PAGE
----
All pamphlet-style volumes dried acceptably, though the dehumidification samples show the greatest distortion. The patented vacuum-freeze dried sample is thought to have suffered from the size limitations of the compression plates, or its placement next to smaller volumes and folders within a box.
We surmise that the heat used in the patented vacuum freeze-dry process is sufficient to accelerate the movement of the binder's vinyl plasticizers, causing toner from the adjacent photocopies to fuse to the vinyl. Photocopies inserted into the cover's clear vinyl pocket and in contact with the title page blocked to the vinyl and transferred its text to the binder. Photocopied pages within the binder did not, however, block at all.
Because plastic film retards drying, shrink-wrapping needs to be removed from bound volumes for drying by all methods except vacuum freeze-drying. Mold growth resulted before the volume dried.
Coated paper magazines were dried using the same methods as other materials. In almost all instances, coated paper sheets left in direct contact with one another during the drying process adhered. Only vacuum freeze-dried materials were successfully recovered without interleaving. Once an item is blocked, it is seldom separated without incurring damage. Only coated papers dried by vacuum freeze-drying process did not adhere, even though their pages were in direct contact with one another during the drying process.
Rolled items present special challenges because there is often little space available to unroll long items for drying. While efforts have been made to re-house many rolled materials flat or around rigid wide-diameter cores, many rolled items remain unsupported. Curious to see how well rolled items could dry in their existing format, we subjected them to the same methods as volumes and documents. Depending on the length and thickness of paper, most rolled items in our study successfully dried within their rolled formats.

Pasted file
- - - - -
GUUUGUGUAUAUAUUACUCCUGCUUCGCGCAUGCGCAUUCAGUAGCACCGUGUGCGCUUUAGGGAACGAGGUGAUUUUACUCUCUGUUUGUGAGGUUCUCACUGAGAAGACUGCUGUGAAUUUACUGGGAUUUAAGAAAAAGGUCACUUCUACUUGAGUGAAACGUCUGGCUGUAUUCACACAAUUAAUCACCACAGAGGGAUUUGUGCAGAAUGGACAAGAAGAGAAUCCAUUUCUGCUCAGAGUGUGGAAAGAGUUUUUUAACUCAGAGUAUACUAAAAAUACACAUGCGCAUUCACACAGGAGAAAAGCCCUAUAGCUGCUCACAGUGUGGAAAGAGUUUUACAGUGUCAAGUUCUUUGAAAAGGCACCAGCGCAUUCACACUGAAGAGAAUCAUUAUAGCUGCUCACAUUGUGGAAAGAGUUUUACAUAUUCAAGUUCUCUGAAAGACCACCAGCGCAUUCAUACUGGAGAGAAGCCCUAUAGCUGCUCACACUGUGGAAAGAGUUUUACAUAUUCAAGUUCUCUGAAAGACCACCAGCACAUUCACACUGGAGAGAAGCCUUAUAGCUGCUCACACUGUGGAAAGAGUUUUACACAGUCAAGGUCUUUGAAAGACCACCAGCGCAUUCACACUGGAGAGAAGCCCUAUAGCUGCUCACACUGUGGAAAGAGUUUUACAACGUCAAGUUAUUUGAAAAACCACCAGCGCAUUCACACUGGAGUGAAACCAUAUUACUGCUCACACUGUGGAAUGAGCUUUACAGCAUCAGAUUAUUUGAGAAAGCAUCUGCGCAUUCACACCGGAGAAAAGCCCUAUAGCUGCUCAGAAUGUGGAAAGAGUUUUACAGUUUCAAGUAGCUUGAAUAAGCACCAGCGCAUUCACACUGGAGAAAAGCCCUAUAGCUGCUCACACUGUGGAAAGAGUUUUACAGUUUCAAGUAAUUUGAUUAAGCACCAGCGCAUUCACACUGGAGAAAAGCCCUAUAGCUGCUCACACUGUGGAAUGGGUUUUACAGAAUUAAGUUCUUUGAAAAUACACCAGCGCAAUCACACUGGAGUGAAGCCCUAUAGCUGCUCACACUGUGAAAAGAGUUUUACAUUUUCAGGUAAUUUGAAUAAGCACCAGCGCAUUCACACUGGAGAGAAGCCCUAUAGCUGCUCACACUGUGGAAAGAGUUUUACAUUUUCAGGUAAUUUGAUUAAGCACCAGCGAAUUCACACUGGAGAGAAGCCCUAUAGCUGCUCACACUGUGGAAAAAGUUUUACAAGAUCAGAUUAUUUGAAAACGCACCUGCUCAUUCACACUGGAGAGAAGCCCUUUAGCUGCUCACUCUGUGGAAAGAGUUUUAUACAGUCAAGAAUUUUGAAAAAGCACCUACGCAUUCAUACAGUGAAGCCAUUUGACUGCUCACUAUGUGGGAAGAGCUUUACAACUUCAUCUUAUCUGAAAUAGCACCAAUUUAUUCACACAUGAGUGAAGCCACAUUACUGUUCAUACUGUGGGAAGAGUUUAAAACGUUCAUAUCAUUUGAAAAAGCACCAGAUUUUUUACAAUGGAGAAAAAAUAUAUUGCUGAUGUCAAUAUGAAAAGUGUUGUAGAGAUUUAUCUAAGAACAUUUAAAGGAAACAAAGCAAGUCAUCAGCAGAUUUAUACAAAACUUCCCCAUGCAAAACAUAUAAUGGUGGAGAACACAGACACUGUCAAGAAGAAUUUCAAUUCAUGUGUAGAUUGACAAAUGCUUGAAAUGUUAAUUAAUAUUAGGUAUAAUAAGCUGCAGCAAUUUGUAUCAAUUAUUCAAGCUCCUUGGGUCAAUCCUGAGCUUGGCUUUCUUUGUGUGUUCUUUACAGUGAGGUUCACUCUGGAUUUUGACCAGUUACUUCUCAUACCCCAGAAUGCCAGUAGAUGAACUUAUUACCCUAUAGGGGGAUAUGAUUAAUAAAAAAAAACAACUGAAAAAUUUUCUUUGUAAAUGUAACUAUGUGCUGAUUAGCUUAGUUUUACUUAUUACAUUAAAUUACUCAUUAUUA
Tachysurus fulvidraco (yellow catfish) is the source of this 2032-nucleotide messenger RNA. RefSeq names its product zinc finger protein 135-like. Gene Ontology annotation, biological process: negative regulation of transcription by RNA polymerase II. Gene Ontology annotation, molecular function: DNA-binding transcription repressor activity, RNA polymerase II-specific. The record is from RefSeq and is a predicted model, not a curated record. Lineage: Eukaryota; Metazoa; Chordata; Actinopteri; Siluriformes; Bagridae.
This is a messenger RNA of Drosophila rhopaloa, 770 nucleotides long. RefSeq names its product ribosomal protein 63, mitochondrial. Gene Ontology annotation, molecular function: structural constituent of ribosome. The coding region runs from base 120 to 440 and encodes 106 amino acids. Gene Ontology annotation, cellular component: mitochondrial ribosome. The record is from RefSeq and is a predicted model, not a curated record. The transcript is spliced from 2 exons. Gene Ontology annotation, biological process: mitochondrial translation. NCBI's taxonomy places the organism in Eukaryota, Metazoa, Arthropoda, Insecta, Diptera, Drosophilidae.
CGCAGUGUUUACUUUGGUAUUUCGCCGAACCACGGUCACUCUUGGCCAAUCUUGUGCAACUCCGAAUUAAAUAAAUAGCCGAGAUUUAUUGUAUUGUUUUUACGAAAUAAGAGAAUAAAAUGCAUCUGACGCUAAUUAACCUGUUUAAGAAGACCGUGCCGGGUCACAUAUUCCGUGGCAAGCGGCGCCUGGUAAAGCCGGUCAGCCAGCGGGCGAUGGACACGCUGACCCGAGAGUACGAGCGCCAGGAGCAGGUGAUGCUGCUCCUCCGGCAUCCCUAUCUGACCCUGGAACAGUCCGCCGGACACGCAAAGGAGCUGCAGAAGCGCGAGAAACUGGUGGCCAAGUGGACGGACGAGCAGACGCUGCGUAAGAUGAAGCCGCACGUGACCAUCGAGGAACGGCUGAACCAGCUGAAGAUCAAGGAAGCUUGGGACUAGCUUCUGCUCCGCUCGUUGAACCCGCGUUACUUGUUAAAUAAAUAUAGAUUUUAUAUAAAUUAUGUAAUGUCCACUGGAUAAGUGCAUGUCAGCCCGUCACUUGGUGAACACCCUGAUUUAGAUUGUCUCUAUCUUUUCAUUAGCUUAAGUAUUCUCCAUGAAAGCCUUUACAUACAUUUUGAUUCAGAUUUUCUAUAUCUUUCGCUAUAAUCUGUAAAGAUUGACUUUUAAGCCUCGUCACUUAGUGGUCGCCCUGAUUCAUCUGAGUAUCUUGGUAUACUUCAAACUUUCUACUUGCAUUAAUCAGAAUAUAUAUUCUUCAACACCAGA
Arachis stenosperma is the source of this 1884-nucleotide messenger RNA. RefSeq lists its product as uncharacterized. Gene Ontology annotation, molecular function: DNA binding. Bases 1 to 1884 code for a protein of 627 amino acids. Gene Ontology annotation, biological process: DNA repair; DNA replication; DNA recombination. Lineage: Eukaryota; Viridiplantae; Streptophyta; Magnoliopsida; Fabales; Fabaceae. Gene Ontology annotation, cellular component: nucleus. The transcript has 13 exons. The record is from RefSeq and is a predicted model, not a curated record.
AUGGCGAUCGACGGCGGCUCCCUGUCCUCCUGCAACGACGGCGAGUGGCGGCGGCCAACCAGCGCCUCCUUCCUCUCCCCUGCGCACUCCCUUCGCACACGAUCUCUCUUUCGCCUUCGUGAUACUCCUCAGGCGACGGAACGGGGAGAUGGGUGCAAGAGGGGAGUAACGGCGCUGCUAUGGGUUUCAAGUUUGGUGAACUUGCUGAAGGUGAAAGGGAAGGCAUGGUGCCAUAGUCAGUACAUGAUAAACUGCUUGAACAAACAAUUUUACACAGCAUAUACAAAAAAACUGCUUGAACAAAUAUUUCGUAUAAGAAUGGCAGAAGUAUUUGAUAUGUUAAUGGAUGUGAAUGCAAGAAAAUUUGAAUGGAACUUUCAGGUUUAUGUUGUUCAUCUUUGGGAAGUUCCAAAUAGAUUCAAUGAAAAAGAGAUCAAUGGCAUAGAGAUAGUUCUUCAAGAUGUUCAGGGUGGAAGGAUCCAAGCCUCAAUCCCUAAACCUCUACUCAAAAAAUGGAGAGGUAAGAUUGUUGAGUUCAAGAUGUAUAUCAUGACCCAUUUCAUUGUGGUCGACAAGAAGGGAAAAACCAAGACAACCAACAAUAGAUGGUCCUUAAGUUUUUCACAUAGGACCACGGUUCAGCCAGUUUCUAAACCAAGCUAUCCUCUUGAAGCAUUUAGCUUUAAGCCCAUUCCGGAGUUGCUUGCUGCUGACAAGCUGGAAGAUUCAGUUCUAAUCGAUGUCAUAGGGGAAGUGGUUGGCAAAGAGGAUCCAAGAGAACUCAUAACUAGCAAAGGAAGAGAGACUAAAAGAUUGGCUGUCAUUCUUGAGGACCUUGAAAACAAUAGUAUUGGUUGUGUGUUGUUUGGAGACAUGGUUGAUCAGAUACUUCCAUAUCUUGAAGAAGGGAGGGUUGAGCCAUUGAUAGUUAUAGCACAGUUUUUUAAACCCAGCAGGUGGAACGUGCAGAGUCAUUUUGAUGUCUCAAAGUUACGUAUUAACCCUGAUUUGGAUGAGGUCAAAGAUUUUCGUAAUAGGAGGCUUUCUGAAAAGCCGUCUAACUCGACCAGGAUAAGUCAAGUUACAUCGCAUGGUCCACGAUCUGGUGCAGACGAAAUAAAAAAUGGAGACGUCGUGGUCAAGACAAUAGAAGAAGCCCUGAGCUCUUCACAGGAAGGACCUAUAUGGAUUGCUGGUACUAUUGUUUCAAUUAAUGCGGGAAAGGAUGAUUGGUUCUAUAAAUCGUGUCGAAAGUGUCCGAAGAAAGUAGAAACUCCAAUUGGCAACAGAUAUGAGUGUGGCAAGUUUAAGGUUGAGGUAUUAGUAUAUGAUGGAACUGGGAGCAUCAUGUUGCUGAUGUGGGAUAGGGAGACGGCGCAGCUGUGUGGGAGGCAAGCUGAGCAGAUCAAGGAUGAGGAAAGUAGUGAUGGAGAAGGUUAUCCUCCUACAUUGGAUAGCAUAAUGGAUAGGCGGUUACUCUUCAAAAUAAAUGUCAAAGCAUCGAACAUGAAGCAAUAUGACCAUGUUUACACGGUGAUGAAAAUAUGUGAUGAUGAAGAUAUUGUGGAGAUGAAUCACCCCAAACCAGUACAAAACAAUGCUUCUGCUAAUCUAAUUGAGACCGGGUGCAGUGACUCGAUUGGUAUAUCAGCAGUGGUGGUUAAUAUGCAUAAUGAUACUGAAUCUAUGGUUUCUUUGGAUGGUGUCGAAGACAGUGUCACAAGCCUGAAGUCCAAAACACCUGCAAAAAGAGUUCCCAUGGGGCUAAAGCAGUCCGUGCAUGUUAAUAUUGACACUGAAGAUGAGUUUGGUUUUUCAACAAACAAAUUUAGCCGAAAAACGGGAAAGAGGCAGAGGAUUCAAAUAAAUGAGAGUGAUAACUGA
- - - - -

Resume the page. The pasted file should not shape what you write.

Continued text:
It is not possible to know if the creases and physical damage seen in the patented freeze-dry process resulted from the process itself, or from the thawing and shipment of the items. Though the equipment used to compress materials into shape by the patented process may be ultimately inappropriate for unique archival holdings of disparate sizes or formats, we believe that the process holds great promise for published uniformly bound structures in circulating collections.
Non-water soluble coatings, such as cellulose nitrate, frequently found on mid to late 20th century architectural linens bubbled and delaminated in areas where water was trapped under the film. Damage was apparent in all test samples but seemed to be exacerbated in vacuum processes freeze-drying processes.
Groupings of polyester-sleeved items were placed within sample boxes for wetting and drying to see if they could be successfully vacuum-dried. Would the vacuum process sublimate water out of openings of the sleeves? Would water be effectively removed from encapsulation where corners were clipped? Would water be removed from an ultrasonic or heat welded item?
Vacuum freeze-dried sleeved and encapsulated records dried successfully within their sleeves. A moisture meter reading was slightly below the "dry" range (5-7%). Large quantities of water damaged collections that are sleeved or encapsulated may therefore be effectively vacuum freeze-dried.
Wet or damp sheets left within the sleeves did not dry at the same rate as the non-sleeved records. All of the records set out to air dry did so within 48 hours. Yet a reading taken of a polyester-sleeved sheet after the same period of time showed moisture content of 14.5%. We note that paper needs to be removed from its sleeve to dry.
Most metal fasteners showed signs of corrosion in the short period of time in which they had been exposed to water. Staples, paper clips, and other metal fasteners all exhibited rust. Items that were air-dried or vacuum freeze-dried displayed the least amount of corrosion.